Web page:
Right to Choose

Graphic showing the logo for the Flashback Track Friday prompt.

I’ve seen a few posts recently to a pro-choice/pro-life question, which I tracked down to being responses to a “Truthful Tuesday” prompt by Melanie Cee.

My first thought was that some of these respondents had previously taken a stance on COVID vaccinations. Specifically

  • for an abortion, a woman should have the right to choose, and
  • for COVID, people should be vaccinated.

Two different things, perhaps? But one is about somebody having autonomy over their own body. And the other is about… somebody having autonomy over their own body!

So whatever the view, I think for somebody to be credible, their views on both of these subjects must be consistent. Either someone has the right to autonomy (which includes an anti-vaxxer’s right not to be vaccinated), or they don’t.

Regarding pro-life or pro-choice, the common arguments, including every single response I read so far, frames the issue as an argument between two “sides” – a woman and a foetus. One takes priority over the other. If you believe that the woman wins out, you jump one way; the foetus, the other. In the end, it boils down to something very simple. Stalemate.

My view? Framing the argument in this way is wrong.

I can kinda see how it has happened. Historically, society has been controlled by men. And it is convenient to pretend that a man is totally innocent here, merely a bystander.

But there aren’t two “sides” involved here, there are three. You can’t address the scenario without including the father. So, this is three people.

Thereafter, my view centres around equality. In terms of rights, I see parity between men and women. If we can, I’ve got no problem with using science/technology to achieve that parity. In much the same way that I have no problem using science (in this case medcine) to cure cancer, or a broken leg.

Or a contraceptive to avoid unwanted pregnancy. See? We meddle with nature in all kinds of ways, and nobody bats an eyelid.

Okay, so women are on the same level as men. But, that still leaves the question, “who takes priority, the parent or the foetus?” Haven’t I just come in a great big circle, without actually answering the question?

Note, though, that society has already answered that question.

Because when a man makes someone pregnant, and he doesn’t want the baby, he walks away. For the most part, in any case. And “society” has decided that this is okay – look how accepted single parenting is now. Absent fathers… it happens. There is no shotgun.

The man can just walk, and carry on with his life and career, as if nothing happened. And that’s allowed. Society has decided that the rights of a man trump those of a foetus.

And if that’s good for a man, it’s good for a woman too.


  1. I enjoyed reading this and I may employ your logic in the future regarding how society has already decided that one parent may abandon the fetus. Of course, prolifers will go noooooo we want the father to be responsible too! But in fact they don’t care as their entire focus is on the mother.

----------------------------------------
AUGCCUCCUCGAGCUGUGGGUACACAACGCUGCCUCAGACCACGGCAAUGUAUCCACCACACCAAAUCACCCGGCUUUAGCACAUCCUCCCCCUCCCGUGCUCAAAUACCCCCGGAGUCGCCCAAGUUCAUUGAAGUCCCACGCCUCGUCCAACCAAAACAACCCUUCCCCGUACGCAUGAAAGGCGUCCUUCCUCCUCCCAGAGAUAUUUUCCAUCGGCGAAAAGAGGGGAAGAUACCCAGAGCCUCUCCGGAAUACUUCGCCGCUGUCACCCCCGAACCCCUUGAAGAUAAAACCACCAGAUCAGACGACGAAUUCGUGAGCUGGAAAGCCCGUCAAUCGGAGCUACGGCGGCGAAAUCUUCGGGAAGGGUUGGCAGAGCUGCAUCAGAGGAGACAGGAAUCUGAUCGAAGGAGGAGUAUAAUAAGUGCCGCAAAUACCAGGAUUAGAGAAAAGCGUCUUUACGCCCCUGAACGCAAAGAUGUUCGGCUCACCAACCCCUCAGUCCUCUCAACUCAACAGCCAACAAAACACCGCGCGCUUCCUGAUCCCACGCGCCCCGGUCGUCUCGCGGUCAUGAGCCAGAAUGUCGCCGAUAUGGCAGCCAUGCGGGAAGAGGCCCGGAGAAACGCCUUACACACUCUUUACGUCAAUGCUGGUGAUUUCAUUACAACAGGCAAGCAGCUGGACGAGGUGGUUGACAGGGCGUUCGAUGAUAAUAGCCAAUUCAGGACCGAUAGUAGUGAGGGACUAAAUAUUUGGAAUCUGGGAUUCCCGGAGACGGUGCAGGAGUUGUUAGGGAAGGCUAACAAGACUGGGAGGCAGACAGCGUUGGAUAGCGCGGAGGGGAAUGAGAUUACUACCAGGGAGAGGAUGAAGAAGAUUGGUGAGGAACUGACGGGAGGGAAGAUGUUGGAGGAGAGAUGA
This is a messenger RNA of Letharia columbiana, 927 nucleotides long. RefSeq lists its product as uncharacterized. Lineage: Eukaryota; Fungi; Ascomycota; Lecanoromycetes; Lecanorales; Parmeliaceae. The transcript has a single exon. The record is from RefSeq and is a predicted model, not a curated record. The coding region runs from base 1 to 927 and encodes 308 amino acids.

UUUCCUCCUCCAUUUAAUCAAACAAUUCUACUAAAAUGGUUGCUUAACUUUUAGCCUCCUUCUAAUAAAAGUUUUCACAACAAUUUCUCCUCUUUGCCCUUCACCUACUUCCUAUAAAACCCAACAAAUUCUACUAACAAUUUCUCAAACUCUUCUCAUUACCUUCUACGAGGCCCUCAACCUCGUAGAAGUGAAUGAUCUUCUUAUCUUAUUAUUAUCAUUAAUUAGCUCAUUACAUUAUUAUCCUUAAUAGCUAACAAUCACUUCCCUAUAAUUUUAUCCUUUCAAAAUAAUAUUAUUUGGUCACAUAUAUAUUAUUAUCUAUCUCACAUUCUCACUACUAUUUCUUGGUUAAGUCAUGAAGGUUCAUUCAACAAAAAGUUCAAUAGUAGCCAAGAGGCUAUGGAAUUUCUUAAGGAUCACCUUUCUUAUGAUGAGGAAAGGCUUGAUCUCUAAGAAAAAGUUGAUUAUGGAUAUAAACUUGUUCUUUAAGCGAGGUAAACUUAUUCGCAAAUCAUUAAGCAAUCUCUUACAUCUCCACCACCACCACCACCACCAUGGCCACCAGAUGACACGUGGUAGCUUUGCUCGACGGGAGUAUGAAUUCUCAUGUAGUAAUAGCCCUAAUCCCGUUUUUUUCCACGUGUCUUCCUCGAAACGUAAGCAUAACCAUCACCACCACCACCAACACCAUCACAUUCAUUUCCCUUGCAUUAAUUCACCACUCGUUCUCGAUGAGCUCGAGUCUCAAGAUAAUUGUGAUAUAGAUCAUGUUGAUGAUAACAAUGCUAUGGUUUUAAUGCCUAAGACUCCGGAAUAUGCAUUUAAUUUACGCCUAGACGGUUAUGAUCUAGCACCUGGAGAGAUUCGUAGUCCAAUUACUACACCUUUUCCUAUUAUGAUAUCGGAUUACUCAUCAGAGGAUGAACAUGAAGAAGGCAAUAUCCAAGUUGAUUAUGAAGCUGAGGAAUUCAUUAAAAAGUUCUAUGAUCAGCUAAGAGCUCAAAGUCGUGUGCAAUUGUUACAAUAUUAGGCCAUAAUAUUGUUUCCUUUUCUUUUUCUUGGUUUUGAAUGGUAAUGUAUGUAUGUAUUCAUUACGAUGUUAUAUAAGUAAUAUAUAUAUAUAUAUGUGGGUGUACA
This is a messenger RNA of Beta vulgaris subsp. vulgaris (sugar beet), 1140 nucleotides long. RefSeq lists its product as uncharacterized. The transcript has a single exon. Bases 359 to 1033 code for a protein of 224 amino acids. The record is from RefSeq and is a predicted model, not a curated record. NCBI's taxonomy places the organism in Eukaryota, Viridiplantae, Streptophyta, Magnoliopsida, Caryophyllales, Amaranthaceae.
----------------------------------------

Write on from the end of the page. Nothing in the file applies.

As far as vaxxing, I agree that people should not be forcibly vaccinated. On the other hand, I think it is perfectly fine to ban the unvaccinated from every public space. Let them keep their pure, unvaccinated selves in their own homes.

    Liked by 3 people

    • I think you’re right, in that the ideal is a two-parent family, but often not only does that not happen, but it is commonplace. and we shrug our shoulders. But there is no mistaking that the woman carries the lion’s share of the burden, and that shouldn’t be so.

      With anti-vaxxers, to a certain extent I see a contract. “If you do not do X, then you are not permitted to take part in Y”, but you have to be careful with public spaces because they have every bit as much right to be there as you do.

      Liked by 1 person

  2. Here, here, Mr.B. This is the sort of logic that needs to be spread. Does a government (not a religious organization) have the right to determine what other people do with their bodies? Is that not against the basic freedoms of every person, as it definitely interferes with my life, liberty and most definitely their pursuit of happiness. It’s amazing to me that we can move forward on some fronts (gender/marriage) and then fall backwards on something so fundamental. Should everyone get vaccinated? Should a late-term pregnancy be aborted? These are moral issues and they deserve to be debated, but not by the government by a person’s conscience. Let’s at least all agree we are for preserving the separation of church and state, as before it, there were some brutal moments in history, none of which would I like to see repeated.

    Liked by 2 people

    • This is where you Americans got it right. A constitution, a document which determines where the boundary lies between the individual and the state. We could use that here, otherwise everybody’s idea is slightly different.

      Liked by 2 people

  3. You make a salient point, Mr Bump, but as far as the (in particular) Covid vaccination is concerned, there is also the element of an individual’s responsibility to a wider society to consider. Is it ok, that a person who chooses not to get vaccinated puts admittedly unknowingly vulnerable people at risk? I don‘t think so. So in my humble opinion the two subjects share some common values and questions, but the vaccination has potential ramifications well beyond one man, one woman and one foetus.

    Liked by 2 people

    • More fundamentally, is there a responsibility to society? To vulnerable people? Is there even a society? Is it not just a financial transaction? (i.e. taxes versus roads, schools, services etc.)

      I’m thinking that a lot of people, especially the more right-wing their beliefs, would say not. Because that’s basically the whole right/left split. The individual versus the collective.


    • I mean, even if you do say that somebody has a civic responsibility to get vaccinated, you’re not just saying that by whay you say.